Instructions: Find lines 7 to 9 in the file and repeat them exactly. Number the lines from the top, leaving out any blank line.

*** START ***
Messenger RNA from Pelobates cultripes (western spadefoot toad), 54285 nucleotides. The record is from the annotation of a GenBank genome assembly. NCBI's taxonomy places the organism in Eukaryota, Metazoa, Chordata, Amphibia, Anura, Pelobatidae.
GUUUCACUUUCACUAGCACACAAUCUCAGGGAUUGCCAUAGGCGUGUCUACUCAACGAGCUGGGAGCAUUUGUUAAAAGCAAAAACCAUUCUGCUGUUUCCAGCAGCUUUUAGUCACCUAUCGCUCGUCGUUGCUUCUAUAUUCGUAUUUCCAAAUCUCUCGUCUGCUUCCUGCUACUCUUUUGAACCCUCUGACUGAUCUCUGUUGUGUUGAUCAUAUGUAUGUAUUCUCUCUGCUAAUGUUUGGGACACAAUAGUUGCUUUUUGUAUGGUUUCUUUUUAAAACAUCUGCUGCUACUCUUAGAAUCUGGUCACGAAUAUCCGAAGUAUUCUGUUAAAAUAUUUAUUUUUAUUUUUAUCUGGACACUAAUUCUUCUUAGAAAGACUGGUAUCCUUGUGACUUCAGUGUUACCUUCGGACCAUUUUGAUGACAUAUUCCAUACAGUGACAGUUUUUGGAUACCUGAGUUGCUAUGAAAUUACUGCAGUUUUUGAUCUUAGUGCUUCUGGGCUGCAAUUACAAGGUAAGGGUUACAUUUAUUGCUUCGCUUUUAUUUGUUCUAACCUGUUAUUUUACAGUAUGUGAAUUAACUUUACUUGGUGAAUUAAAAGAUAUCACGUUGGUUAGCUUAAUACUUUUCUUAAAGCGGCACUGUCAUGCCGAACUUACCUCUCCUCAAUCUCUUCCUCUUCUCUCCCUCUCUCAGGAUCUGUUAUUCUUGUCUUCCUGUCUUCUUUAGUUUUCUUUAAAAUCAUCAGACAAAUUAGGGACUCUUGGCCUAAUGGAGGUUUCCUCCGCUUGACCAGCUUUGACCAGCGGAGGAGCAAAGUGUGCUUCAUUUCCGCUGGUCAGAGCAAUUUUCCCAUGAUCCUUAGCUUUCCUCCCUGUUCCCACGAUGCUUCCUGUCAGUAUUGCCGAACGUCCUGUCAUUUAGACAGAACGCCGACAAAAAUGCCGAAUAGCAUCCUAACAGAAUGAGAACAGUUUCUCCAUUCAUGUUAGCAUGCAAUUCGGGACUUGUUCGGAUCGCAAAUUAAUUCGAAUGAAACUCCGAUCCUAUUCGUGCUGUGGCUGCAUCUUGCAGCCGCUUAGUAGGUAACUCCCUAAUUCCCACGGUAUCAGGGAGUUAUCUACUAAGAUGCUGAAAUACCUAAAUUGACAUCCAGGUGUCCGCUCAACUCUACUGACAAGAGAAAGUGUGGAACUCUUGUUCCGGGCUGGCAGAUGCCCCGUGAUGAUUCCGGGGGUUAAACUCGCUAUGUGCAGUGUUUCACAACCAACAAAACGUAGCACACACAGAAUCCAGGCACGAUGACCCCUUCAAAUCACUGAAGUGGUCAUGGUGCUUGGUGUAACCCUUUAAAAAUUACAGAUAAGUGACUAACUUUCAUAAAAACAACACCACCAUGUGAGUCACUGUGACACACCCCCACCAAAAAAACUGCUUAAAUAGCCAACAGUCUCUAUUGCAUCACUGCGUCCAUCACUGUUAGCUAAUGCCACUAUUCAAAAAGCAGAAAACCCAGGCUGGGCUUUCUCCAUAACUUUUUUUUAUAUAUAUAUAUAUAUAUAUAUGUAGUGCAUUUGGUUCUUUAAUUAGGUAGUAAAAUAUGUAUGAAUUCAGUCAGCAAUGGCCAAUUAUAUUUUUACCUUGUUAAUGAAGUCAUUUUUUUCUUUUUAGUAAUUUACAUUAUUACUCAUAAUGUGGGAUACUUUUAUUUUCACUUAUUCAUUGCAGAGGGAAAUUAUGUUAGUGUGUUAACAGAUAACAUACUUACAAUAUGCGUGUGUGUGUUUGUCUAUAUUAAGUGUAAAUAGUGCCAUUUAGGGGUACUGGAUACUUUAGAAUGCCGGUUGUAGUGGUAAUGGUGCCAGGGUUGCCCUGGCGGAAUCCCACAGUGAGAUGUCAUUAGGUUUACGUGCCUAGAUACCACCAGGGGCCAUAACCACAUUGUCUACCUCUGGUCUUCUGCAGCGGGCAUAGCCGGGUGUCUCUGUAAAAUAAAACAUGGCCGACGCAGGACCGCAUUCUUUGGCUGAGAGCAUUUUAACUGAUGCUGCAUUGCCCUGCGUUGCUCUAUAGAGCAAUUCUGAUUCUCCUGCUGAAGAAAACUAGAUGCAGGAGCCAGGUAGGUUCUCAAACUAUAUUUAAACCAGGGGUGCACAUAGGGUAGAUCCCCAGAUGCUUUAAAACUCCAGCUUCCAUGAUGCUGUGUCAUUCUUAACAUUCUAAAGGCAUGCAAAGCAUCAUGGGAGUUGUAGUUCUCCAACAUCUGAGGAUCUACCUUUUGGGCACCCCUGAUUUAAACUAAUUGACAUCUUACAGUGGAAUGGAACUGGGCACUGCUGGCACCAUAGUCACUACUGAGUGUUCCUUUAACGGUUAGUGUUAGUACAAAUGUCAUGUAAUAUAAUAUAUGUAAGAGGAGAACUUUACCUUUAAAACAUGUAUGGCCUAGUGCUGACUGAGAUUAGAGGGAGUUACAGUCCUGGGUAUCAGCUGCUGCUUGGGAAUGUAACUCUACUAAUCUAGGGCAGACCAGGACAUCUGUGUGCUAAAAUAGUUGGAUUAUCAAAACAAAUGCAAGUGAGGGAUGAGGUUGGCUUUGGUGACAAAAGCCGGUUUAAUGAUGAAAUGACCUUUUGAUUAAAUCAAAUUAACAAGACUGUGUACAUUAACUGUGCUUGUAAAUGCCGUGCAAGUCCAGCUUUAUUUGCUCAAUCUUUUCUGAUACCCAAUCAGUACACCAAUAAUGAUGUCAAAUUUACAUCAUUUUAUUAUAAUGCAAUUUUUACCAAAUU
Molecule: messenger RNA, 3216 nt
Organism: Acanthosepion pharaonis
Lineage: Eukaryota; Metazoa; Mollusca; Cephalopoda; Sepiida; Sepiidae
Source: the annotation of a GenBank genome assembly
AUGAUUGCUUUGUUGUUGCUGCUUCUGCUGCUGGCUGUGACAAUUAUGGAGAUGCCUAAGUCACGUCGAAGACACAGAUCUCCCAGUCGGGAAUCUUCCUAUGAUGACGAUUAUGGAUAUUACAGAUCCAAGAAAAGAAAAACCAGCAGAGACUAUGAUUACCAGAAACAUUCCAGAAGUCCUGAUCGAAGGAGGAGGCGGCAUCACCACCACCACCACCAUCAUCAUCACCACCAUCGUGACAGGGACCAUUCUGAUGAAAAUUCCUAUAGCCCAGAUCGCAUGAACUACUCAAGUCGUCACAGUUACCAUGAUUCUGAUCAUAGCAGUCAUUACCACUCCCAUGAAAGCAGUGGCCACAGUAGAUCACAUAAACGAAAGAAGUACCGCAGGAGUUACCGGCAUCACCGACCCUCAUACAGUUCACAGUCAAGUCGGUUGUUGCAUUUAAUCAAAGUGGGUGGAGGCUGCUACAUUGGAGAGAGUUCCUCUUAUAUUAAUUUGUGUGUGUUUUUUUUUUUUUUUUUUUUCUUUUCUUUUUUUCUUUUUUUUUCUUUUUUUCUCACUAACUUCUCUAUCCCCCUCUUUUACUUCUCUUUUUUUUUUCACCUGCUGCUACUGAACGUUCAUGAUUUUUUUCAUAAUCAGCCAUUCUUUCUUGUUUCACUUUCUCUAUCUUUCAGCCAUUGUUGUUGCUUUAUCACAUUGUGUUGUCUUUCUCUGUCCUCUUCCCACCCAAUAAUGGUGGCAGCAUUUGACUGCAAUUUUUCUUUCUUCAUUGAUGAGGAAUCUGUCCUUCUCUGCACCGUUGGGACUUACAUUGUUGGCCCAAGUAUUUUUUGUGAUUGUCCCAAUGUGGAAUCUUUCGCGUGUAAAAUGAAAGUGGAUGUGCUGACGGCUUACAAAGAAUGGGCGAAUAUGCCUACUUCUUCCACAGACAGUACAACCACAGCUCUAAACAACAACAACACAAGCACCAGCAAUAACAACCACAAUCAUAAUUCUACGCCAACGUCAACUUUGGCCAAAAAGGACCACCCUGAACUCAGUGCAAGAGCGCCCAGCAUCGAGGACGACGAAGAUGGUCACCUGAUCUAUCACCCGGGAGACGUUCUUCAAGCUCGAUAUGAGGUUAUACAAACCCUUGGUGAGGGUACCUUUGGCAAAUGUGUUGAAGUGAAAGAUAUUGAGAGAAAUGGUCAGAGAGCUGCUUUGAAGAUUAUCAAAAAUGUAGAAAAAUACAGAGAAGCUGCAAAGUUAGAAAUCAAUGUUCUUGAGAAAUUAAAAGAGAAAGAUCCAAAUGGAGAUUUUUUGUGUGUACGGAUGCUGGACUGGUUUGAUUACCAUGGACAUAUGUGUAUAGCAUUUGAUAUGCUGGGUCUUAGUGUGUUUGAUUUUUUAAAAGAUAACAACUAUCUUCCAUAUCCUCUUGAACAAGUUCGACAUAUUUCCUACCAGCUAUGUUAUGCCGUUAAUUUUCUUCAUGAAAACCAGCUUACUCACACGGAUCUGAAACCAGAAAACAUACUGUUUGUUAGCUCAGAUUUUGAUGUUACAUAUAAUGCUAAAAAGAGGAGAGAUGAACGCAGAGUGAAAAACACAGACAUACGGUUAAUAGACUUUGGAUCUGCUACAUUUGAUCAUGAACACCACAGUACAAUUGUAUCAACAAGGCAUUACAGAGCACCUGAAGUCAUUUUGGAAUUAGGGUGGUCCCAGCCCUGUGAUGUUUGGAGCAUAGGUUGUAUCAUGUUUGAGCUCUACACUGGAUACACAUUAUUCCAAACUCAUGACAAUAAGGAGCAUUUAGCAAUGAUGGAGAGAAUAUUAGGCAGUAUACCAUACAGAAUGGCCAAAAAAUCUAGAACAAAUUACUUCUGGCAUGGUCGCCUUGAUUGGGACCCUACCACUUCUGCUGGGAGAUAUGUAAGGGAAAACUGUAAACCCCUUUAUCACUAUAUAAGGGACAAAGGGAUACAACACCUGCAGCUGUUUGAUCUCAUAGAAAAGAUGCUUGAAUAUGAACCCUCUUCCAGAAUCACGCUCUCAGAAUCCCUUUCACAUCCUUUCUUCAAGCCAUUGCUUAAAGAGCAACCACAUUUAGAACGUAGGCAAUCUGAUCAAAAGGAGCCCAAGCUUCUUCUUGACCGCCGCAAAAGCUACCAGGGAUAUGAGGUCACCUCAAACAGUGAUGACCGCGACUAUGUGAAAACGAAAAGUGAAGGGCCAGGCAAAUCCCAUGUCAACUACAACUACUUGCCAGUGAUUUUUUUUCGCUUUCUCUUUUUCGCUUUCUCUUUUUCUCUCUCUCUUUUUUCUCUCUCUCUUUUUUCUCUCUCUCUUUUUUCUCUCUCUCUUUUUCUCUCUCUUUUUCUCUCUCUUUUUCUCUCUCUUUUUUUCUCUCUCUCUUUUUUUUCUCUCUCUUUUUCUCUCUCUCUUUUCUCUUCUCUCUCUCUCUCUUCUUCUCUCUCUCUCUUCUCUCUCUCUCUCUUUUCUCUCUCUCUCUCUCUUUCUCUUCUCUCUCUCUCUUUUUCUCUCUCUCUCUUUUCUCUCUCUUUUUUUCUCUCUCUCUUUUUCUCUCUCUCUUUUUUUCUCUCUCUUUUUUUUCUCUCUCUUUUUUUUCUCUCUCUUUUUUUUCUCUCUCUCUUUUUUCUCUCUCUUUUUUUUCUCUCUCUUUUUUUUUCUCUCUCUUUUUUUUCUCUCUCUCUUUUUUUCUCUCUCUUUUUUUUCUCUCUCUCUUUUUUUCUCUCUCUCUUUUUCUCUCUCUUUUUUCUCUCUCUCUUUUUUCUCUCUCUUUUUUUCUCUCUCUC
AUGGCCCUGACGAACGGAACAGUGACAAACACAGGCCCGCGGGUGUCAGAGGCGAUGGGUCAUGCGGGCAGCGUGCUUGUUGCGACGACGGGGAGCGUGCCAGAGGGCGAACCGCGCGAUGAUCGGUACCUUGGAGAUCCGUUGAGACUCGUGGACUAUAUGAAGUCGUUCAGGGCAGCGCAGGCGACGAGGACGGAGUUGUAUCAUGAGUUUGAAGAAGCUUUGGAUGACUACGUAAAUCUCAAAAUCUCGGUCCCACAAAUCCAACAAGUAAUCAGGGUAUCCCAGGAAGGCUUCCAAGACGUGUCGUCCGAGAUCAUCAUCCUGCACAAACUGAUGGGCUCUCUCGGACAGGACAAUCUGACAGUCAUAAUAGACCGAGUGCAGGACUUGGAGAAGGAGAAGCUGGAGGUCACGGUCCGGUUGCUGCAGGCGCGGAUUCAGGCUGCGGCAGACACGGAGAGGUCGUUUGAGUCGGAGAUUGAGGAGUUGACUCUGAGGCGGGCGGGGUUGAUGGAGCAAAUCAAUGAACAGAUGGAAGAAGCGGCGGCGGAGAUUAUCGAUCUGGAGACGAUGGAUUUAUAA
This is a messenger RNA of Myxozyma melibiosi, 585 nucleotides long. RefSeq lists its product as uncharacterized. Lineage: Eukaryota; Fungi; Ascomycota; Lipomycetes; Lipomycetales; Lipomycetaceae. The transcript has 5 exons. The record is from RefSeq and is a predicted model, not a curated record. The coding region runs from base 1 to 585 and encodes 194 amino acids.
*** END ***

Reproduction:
AUGAUUGCUUUGUUGUUGCUGCUUCUGCUGCUGGCUGUGACAAUUAUGGAGAUGCCUAAGUCACGUCGAAGACACAGAUCUCCCAGUCGGGAAUCUUCCUAUGAUGACGAUUAUGGAUAUUACAGAUCCAAGAAAAGAAAAACCAGCAGAGACUAUGAUUACCAGAAACAUUCCAGAAGUCCUGAUCGAAGGAGGAGGCGGCAUCACCACCACCACCACCAUCAUCAUCACCACCAUCGUGACAGGGACCAUUCUGAUGAAAAUUCCUAUAGCCCAGAUCGCAUGAACUACUCAAGUCGUCACAGUUACCAUGAUUCUGAUCAUAGCAGUCAUUACCACUCCCAUGAAAGCAGUGGCCACAGUAGAUCACAUAAACGAAAGAAGUACCGCAGGAGUUACCGGCAUCACCGACCCUCAUACAGUUCACAGUCAAGUCGGUUGUUGCAUUUAAUCAAAGUGGGUGGAGGCUGCUACAUUGGAGAGAGUUCCUCUUAUAUUAAUUUGUGUGUGUUUUUUUUUUUUUUUUUUUUCUUUUCUUUUUUUCUUUUUUUUUCUUUUUUUCUCACUAACUUCUCUAUCCCCCUCUUUUACUUCUCUUUUUUUUUUCACCUGCUGCUACUGAACGUUCAUGAUUUUUUUCAUAAUCAGCCAUUCUUUCUUGUUUCACUUUCUCUAUCUUUCAGCCAUUGUUGUUGCUUUAUCACAUUGUGUUGUCUUUCUCUGUCCUCUUCCCACCCAAUAAUGGUGGCAGCAUUUGACUGCAAUUUUUCUUUCUUCAUUGAUGAGGAAUCUGUCCUUCUCUGCACCGUUGGGACUUACAUUGUUGGCCCAAGUAUUUUUUGUGAUUGUCCCAAUGUGGAAUCUUUCGCGUGUAAAAUGAAAGUGGAUGUGCUGACGGCUUACAAAGAAUGGGCGAAUAUGCCUACUUCUUCCACAGACAGUACAACCACAGCUCUAAACAACAACAACACAAGCACCAGCAAUAACAACCACAAUCAUAAUUCUACGCCAACGUCAACUUUGGCCAAAAAGGACCACCCUGAACUCAGUGCAAGAGCGCCCAGCAUCGAGGACGACGAAGAUGGUCACCUGAUCUAUCACCCGGGAGACGUUCUUCAAGCUCGAUAUGAGGUUAUACAAACCCUUGGUGAGGGUACCUUUGGCAAAUGUGUUGAAGUGAAAGAUAUUGAGAGAAAUGGUCAGAGAGCUGCUUUGAAGAUUAUCAAAAAUGUAGAAAAAUACAGAGAAGCUGCAAAGUUAGAAAUCAAUGUUCUUGAGAAAUUAAAAGAGAAAGAUCCAAAUGGAGAUUUUUUGUGUGUACGGAUGCUGGACUGGUUUGAUUACCAUGGACAUAUGUGUAUAGCAUUUGAUAUGCUGGGUCUUAGUGUGUUUGAUUUUUUAAAAGAUAACAACUAUCUUCCAUAUCCUCUUGAACAAGUUCGACAUAUUUCCUACCAGCUAUGUUAUGCCGUUAAUUUUCUUCAUGAAAACCAGCUUACUCACACGGAUCUGAAACCAGAAAACAUACUGUUUGUUAGCUCAGAUUUUGAUGUUACAUAUAAUGCUAAAAAGAGGAGAGAUGAACGCAGAGUGAAAAACACAGACAUACGGUUAAUAGACUUUGGAUCUGCUACAUUUGAUCAUGAACACCACAGUACAAUUGUAUCAACAAGGCAUUACAGAGCACCUGAAGUCAUUUUGGAAUUAGGGUGGUCCCAGCCCUGUGAUGUUUGGAGCAUAGGUUGUAUCAUGUUUGAGCUCUACACUGGAUACACAUUAUUCCAAACUCAUGACAAUAAGGAGCAUUUAGCAAUGAUGGAGAGAAUAUUAGGCAGUAUACCAUACAGAAUGGCCAAAAAAUCUAGAACAAAUUACUUCUGGCAUGGUCGCCUUGAUUGGGACCCUACCACUUCUGCUGGGAGAUAUGUAAGGGAAAACUGUAAACCCCUUUAUCACUAUAUAAGGGACAAAGGGAUACAACACCUGCAGCUGUUUGAUCUCAUAGAAAAGAUGCUUGAAUAUGAACCCUCUUCCAGAAUCACGCUCUCAGAAUCCCUUUCACAUCCUUUCUUCAAGCCAUUGCUUAAAGAGCAACCACAUUUAGAACGUAGGCAAUCUGAUCAAAAGGAGCCCAAGCUUCUUCUUGACCGCCGCAAAAGCUACCAGGGAUAUGAGGUCACCUCAAACAGUGAUGACCGCGACUAUGUGAAAACGAAAAGUGAAGGGCCAGGCAAAUCCCAUGUCAACUACAACUACUUGCCAGUGAUUUUUUUUCGCUUUCUCUUUUUCGCUUUCUCUUUUUCUCUCUCUCUUUUUUCUCUCUCUCUUUUUUCUCUCUCUCUUUUUUCUCUCUCUCUUUUUCUCUCUCUUUUUCUCUCUCUUUUUCUCUCUCUUUUUUUCUCUCUCUCUUUUUUUUCUCUCUCUUUUUCUCUCUCUCUUUUCUCUUCUCUCUCUCUCUCUUCUUCUCUCUCUCUCUUCUCUCUCUCUCUCUUUUCUCUCUCUCUCUCUCUUUCUCUUCUCUCUCUCUCUUUUUCUCUCUCUCUCUUUUCUCUCUCUUUUUUUCUCUCUCUCUUUUUCUCUCUCUCUUUUUUUCUCUCUCUUUUUUUUCUCUCUCUUUUUUUUCUCUCUCUUUUUUUUCUCUCUCUCUUUUUUCUCUCUCUUUUUUUUCUCUCUCUUUUUUUUUCUCUCUCUUUUUUUUCUCUCUCUCUUUUUUUCUCUCUCUUUUUUUUCUCUCUCUCUUUUUUUCUCUCUCUCUUUUUCUCUCUCUUUUUUCUCUCUCUCUUUUUUCUCUCUCUUUUUUUCUCUCUCUC
AUGGCCCUGACGAACGGAACAGUGACAAACACAGGCCCGCGGGUGUCAGAGGCGAUGGGUCAUGCGGGCAGCGUGCUUGUUGCGACGACGGGGAGCGUGCCAGAGGGCGAACCGCGCGAUGAUCGGUACCUUGGAGAUCCGUUGAGACUCGUGGACUAUAUGAAGUCGUUCAGGGCAGCGCAGGCGACGAGGACGGAGUUGUAUCAUGAGUUUGAAGAAGCUUUGGAUGACUACGUAAAUCUCAAAAUCUCGGUCCCACAAAUCCAACAAGUAAUCAGGGUAUCCCAGGAAGGCUUCCAAGACGUGUCGUCCGAGAUCAUCAUCCUGCACAAACUGAUGGGCUCUCUCGGACAGGACAAUCUGACAGUCAUAAUAGACCGAGUGCAGGACUUGGAGAAGGAGAAGCUGGAGGUCACGGUCCGGUUGCUGCAGGCGCGGAUUCAGGCUGCGGCAGACACGGAGAGGUCGUUUGAGUCGGAGAUUGAGGAGUUGACUCUGAGGCGGGCGGGGUUGAUGGAGCAAAUCAAUGAACAGAUGGAAGAAGCGGCGGCGGAGAUUAUCGAUCUGGAGACGAUGGAUUUAUAA
This is a messenger RNA of Myxozyma melibiosi, 585 nucleotides long. RefSeq lists its product as uncharacterized. Lineage: Eukaryota; Fungi; Ascomycota; Lipomycetes; Lipomycetales; Lipomycetaceae. The transcript has 5 exons. The record is from RefSeq and is a predicted model, not a curated record. The coding region runs from base 1 to 585 and encodes 194 amino acids.